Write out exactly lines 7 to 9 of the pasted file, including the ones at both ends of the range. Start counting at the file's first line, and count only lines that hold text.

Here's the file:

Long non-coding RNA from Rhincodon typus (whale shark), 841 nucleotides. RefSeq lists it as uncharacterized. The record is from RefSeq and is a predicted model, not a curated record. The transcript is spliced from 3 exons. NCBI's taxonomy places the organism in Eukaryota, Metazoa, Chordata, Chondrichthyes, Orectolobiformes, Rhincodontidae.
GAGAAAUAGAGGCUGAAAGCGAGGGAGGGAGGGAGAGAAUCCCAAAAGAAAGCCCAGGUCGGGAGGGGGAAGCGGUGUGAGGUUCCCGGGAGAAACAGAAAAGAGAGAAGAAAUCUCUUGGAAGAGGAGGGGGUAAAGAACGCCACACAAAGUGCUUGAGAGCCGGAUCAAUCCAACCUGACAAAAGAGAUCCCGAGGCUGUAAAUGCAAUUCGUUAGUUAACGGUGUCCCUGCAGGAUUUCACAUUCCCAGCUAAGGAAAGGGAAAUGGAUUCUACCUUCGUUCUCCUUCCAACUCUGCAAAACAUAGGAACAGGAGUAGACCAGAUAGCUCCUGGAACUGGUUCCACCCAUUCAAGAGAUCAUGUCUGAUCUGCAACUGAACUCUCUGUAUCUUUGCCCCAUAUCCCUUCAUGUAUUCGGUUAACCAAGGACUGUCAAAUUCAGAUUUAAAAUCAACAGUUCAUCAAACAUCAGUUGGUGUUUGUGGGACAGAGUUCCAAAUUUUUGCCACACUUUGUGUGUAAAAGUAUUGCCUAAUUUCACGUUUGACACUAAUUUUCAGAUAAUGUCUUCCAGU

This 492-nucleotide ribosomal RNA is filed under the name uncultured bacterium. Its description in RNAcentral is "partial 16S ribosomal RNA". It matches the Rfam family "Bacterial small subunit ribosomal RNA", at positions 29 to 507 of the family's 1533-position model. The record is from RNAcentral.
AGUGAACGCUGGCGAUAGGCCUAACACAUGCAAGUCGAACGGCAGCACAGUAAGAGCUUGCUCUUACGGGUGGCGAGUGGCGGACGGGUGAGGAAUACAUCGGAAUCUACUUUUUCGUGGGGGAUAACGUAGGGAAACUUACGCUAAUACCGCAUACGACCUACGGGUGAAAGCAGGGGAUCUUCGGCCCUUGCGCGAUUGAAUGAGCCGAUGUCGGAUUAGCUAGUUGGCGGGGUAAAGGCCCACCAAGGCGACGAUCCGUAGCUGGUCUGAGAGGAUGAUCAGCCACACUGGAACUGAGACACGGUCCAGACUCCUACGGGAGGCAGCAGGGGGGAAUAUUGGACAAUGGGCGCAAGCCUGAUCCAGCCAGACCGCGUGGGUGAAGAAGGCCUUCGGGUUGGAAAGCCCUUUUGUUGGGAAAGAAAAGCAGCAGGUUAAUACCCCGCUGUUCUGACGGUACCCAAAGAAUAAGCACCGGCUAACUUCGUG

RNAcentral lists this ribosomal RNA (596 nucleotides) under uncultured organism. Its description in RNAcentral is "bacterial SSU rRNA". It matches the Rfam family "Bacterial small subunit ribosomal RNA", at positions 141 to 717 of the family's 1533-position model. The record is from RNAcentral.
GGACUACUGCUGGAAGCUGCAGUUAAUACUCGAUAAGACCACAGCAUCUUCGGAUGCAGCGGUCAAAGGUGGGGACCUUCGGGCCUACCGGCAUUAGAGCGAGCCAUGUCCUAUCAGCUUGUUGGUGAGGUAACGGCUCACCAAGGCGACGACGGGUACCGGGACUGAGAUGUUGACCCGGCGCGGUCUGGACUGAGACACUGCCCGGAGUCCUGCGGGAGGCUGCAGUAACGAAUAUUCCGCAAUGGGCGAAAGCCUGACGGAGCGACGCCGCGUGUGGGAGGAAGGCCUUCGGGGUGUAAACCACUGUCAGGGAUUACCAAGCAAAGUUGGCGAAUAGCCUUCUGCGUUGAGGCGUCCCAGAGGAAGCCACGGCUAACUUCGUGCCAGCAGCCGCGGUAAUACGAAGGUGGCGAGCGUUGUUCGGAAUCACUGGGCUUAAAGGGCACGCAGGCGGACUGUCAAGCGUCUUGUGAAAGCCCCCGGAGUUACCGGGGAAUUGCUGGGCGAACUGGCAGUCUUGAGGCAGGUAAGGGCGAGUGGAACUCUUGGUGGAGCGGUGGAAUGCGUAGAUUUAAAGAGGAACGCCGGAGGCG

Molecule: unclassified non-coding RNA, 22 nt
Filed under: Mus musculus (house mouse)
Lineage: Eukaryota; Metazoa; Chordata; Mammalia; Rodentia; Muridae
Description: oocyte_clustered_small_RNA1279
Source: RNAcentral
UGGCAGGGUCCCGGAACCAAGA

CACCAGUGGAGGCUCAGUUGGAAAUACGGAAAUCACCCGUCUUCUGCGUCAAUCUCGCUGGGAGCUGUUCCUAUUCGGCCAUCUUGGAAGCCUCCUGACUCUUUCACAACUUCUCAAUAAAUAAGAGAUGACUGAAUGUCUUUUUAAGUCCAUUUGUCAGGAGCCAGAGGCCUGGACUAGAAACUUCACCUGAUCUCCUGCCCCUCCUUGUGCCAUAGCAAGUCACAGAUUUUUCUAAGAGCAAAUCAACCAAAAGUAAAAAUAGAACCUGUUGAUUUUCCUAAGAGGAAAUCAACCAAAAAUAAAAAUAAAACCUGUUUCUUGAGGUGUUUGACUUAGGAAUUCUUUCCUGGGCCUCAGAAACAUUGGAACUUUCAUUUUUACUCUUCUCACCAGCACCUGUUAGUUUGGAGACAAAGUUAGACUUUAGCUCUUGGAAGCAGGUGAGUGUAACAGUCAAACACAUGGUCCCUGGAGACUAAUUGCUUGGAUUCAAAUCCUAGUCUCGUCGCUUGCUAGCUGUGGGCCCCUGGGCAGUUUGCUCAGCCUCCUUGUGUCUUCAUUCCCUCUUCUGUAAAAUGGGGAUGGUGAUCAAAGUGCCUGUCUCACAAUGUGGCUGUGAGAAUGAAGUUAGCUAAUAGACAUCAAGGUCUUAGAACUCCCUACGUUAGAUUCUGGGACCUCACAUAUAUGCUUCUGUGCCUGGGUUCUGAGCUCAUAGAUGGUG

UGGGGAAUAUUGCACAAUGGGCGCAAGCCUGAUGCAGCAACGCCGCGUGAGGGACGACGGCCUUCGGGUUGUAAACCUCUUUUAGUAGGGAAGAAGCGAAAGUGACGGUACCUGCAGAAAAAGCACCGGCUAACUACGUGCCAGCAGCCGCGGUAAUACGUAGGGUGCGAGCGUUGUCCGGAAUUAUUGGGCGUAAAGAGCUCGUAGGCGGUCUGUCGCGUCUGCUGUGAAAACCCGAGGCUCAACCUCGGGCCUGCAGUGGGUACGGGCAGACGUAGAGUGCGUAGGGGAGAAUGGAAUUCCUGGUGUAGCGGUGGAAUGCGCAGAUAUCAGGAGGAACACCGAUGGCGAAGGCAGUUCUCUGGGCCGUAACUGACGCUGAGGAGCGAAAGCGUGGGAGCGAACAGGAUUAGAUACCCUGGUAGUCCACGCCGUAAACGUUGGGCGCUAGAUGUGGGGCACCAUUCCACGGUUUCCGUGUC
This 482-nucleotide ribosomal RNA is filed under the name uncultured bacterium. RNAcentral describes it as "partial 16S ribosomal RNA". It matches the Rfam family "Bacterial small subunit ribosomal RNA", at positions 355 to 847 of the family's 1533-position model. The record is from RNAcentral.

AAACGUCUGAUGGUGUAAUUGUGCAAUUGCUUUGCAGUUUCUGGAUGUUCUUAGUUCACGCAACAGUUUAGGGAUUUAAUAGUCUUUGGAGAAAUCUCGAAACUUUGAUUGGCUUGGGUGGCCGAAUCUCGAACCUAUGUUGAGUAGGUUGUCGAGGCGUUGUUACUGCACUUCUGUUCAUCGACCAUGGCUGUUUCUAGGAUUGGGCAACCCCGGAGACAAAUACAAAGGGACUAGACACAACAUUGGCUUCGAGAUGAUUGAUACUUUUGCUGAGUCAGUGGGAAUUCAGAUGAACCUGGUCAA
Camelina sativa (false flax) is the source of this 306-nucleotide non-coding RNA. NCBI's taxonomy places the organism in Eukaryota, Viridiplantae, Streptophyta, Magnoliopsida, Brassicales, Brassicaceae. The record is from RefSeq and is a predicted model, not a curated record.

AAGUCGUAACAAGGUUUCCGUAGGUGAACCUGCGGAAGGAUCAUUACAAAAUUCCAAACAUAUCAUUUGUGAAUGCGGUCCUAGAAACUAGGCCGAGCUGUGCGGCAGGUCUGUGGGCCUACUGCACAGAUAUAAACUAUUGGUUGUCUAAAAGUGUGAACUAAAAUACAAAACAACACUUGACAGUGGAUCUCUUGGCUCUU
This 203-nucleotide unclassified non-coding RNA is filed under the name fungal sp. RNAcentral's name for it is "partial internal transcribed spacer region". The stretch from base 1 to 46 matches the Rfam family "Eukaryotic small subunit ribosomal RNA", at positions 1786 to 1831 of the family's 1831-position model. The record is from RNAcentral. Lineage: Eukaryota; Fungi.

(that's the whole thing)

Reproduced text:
Molecule: unclassified non-coding RNA, 22 nt
Filed under: Mus musculus (house mouse)
Lineage: Eukaryota; Metazoa; Chordata; Mammalia; Rodentia; Muridae